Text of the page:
When defining the properties of isotopes we invariably say that the isotopes of an element have the same chemical properties, because they have the same electron shell, but different physical properties, because they have different masses. However, if the behavior of isotopes of any chemical element is scrutinized very closely, small differences are noticeable: in the course of a chemical reaction as in the course of a physical process, isotope ratios vary and isotopic fractionation occurs. Such fractionation is very small, a few tenths or hundredths of 1%, and is only well marked for the light elements, let us say those whose atomic mass is less than 40. However, thanks to the extreme precision of modern measurement techniques, values can be measured for almost all of the chemical elements, even if they are extremely small for the heavy ones.
When we spoke of isotope geochemistry in the first part of this book, we voluntarily omitted such phenomena and concentrated on isotope variations related to radioactivity, which are preponderant. We now need to look into the subtle physical and chemical fractionation of stable isotopes, the use of which is extremely important in the earth sciences.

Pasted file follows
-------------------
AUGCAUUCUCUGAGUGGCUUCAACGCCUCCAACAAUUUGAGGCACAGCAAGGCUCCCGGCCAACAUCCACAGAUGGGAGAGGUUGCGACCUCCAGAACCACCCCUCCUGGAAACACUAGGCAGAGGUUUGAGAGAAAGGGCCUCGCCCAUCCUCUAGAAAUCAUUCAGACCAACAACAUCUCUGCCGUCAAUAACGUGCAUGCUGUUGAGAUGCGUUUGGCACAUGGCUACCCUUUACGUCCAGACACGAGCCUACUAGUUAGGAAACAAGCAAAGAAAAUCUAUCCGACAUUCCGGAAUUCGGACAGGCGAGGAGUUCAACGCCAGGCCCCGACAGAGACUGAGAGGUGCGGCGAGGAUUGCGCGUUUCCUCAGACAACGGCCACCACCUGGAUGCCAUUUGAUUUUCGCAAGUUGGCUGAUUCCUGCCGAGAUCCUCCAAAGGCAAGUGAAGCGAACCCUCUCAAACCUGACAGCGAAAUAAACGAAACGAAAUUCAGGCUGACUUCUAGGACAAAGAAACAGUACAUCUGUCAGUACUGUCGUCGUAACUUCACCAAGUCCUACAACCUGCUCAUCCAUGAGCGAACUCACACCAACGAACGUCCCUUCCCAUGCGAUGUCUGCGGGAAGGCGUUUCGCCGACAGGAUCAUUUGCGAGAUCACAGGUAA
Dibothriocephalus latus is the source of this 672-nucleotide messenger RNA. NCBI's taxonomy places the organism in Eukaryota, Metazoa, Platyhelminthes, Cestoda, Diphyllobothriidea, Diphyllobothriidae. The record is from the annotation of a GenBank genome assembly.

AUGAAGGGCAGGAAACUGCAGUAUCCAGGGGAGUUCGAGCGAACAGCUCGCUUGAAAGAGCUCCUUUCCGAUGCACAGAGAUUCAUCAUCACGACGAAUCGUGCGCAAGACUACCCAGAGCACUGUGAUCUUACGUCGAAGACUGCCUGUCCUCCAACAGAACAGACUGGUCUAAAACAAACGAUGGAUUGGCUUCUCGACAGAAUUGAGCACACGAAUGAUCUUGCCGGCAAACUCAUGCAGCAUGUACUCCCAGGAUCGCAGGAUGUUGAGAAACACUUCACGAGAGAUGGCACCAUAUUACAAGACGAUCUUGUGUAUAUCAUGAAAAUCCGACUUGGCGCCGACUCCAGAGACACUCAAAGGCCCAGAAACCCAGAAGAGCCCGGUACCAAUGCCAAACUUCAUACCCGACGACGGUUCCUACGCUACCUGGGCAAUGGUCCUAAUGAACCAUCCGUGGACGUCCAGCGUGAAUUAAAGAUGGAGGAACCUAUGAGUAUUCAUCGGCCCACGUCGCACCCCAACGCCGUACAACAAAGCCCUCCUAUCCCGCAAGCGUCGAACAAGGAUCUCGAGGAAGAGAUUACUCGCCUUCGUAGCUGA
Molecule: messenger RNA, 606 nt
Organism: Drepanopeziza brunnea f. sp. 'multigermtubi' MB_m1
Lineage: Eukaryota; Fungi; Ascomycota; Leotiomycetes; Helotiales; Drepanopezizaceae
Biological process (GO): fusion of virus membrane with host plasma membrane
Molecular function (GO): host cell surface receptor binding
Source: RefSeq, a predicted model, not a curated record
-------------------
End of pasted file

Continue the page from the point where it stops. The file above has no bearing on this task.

Identifying natural isotopic fractionation of light elements
The systematic study of the isotopic composition of light elements in the various naturally occurring compounds brings out variations which seem to comply with a purely naturalistic logic. These variations in isotope composition are extremely slight, and are generally expressed in a specific unit, the δ unit.